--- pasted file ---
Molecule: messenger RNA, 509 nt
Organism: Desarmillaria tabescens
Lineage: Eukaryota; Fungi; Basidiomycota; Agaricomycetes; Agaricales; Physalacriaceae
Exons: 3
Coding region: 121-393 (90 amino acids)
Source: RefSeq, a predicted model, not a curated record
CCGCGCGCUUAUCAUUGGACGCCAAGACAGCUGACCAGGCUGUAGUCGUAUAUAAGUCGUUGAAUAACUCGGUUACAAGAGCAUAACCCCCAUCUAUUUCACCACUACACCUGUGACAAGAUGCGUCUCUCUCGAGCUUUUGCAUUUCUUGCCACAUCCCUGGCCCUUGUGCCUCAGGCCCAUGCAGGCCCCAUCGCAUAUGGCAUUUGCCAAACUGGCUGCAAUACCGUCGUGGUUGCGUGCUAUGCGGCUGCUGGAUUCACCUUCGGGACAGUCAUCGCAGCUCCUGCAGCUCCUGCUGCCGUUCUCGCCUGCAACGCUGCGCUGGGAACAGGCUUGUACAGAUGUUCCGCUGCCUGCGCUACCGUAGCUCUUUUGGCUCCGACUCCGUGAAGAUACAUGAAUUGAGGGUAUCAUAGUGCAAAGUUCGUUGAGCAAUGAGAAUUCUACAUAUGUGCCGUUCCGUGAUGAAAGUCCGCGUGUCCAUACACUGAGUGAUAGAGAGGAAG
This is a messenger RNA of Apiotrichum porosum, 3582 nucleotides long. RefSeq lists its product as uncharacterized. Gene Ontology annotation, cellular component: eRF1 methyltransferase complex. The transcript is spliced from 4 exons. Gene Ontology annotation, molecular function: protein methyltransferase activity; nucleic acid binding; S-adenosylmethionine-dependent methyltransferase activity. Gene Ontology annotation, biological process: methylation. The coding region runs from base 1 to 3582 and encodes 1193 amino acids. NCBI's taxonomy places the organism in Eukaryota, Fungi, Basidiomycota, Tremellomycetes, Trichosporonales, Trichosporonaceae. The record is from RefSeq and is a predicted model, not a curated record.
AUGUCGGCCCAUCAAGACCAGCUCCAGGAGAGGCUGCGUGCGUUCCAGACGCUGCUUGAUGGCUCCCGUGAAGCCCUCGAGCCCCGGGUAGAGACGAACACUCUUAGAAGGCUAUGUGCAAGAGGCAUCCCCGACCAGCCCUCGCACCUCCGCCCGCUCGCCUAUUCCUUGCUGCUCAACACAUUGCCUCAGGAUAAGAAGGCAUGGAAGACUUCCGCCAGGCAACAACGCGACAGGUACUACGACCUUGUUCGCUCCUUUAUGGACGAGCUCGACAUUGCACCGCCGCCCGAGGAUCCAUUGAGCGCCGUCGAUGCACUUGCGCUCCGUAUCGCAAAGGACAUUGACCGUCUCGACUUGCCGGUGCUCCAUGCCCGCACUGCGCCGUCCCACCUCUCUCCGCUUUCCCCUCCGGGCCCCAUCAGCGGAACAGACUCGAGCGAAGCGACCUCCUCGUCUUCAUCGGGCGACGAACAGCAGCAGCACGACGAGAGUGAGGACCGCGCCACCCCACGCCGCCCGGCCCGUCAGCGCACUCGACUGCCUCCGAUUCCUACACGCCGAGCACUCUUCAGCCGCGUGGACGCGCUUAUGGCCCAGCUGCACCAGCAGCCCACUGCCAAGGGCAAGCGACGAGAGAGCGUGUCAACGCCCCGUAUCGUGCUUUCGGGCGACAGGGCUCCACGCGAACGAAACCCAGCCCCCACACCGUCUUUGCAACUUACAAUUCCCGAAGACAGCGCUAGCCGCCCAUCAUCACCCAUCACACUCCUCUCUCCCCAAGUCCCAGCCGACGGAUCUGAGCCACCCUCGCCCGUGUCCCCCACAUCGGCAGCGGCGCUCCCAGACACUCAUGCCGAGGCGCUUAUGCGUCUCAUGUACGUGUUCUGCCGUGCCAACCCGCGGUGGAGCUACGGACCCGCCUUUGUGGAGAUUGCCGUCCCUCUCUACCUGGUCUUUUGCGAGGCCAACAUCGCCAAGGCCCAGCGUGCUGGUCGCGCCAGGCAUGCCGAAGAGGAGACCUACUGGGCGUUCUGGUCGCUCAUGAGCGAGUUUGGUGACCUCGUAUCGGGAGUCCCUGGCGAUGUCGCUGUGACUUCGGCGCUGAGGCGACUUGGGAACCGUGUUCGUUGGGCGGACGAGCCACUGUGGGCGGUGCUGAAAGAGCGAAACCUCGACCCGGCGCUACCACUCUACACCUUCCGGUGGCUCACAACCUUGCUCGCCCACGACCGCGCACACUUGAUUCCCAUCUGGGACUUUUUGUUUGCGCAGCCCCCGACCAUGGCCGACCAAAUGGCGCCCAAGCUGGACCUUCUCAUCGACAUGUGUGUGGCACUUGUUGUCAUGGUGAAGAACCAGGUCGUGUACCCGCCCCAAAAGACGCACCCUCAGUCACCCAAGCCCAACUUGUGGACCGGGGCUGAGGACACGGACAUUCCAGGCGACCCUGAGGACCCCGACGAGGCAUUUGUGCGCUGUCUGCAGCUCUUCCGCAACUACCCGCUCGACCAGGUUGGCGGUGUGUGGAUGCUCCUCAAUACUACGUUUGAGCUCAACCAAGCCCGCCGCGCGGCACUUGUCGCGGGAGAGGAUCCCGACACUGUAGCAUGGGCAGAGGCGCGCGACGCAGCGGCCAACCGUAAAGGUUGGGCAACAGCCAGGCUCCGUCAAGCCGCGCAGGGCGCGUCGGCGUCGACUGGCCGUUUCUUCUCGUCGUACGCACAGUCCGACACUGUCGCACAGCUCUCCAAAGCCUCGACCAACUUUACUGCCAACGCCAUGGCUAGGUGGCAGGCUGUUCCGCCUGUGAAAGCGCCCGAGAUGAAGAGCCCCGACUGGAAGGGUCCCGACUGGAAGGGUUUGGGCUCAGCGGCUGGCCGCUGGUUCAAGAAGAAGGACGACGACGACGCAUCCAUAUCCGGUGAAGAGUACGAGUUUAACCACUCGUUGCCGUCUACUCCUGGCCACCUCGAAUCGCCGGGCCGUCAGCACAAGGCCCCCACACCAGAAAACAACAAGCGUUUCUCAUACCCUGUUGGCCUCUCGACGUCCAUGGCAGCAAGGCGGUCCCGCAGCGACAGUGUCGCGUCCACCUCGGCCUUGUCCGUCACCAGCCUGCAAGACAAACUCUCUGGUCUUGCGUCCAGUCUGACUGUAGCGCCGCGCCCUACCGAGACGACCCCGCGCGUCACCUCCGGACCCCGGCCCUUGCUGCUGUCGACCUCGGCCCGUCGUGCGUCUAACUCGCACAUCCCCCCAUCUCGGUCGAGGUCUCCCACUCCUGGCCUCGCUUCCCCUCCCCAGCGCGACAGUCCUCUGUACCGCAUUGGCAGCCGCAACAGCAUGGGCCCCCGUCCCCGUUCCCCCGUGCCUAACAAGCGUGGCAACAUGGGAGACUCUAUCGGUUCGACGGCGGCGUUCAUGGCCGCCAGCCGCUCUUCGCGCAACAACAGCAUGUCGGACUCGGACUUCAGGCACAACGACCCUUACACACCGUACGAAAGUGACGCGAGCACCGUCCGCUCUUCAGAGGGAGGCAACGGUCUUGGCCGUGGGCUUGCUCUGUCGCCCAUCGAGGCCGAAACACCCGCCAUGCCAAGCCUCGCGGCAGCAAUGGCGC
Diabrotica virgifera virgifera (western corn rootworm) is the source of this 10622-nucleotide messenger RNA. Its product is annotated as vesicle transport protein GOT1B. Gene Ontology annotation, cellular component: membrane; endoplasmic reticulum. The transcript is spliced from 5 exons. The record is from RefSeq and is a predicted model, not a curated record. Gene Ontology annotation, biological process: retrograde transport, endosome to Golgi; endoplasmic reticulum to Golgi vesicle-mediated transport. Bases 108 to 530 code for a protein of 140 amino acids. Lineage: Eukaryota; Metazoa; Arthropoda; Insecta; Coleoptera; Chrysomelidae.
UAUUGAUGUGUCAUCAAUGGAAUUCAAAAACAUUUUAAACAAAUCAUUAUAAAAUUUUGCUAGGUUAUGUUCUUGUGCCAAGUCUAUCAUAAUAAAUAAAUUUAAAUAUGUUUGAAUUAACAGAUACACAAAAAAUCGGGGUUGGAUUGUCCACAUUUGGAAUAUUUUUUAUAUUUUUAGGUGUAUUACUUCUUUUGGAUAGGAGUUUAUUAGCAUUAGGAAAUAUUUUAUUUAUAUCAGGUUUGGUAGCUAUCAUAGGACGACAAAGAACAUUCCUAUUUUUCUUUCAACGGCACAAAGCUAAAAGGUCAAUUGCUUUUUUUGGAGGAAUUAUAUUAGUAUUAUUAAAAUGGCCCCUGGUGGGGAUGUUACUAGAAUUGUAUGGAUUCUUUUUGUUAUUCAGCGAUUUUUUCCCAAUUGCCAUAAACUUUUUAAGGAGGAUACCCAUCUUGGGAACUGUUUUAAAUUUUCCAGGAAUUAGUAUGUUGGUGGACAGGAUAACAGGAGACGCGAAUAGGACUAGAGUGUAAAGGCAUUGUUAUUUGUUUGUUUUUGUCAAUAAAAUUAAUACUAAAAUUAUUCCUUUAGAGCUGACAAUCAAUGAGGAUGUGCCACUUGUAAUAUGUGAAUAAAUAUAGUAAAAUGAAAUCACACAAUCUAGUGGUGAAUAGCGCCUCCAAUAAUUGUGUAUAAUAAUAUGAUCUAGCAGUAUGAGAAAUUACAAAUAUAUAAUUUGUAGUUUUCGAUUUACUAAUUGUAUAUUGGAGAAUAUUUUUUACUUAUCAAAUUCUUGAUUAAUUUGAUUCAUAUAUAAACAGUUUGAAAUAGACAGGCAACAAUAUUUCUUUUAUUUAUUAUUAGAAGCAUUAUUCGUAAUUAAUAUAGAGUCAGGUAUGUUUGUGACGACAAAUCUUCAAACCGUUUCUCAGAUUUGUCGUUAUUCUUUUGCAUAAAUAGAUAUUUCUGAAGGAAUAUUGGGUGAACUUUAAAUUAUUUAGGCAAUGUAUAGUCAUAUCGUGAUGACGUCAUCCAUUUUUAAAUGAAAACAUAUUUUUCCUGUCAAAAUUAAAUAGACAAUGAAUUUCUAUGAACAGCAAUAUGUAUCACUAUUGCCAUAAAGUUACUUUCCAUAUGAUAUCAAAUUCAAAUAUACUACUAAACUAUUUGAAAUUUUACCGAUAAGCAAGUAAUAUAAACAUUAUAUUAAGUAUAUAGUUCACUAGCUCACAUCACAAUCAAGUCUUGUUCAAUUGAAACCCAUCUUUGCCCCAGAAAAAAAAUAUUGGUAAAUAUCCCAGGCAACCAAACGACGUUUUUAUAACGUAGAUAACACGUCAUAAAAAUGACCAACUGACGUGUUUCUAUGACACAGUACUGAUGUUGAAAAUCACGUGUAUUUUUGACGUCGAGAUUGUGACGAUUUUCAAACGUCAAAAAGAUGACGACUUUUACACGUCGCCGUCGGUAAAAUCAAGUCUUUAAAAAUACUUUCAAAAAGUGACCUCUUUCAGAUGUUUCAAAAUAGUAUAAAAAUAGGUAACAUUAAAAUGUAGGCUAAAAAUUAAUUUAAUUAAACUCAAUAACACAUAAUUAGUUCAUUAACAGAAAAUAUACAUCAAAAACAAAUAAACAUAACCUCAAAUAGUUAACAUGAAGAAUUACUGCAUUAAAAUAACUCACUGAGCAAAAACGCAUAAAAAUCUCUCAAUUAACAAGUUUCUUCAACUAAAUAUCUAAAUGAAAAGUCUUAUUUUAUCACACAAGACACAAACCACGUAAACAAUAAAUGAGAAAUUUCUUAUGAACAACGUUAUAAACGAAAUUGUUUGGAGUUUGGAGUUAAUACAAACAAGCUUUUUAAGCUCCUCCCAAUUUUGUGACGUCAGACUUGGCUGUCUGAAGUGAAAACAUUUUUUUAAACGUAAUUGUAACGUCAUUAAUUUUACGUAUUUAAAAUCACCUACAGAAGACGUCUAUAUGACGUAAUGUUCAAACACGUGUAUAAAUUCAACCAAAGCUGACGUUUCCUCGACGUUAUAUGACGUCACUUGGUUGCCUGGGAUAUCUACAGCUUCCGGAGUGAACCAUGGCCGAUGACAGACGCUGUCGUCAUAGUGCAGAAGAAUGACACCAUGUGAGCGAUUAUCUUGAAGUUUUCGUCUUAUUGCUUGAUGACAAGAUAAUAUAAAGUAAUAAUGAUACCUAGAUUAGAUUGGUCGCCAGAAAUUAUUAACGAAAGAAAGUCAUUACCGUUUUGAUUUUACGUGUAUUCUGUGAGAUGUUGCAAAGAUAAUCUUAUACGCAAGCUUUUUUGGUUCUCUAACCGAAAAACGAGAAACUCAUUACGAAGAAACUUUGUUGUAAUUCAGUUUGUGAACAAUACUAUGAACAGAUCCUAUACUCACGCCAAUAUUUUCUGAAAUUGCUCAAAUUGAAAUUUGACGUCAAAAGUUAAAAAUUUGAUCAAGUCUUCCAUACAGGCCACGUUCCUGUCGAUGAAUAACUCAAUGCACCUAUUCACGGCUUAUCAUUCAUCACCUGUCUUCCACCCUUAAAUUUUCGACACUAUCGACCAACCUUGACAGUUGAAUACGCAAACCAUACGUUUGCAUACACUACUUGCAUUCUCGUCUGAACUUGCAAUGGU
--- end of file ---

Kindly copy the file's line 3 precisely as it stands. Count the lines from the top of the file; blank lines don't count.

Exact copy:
Lineage: Eukaryota; Fungi; Basidiomycota; Agaricomycetes; Agaricales; Physalacriaceae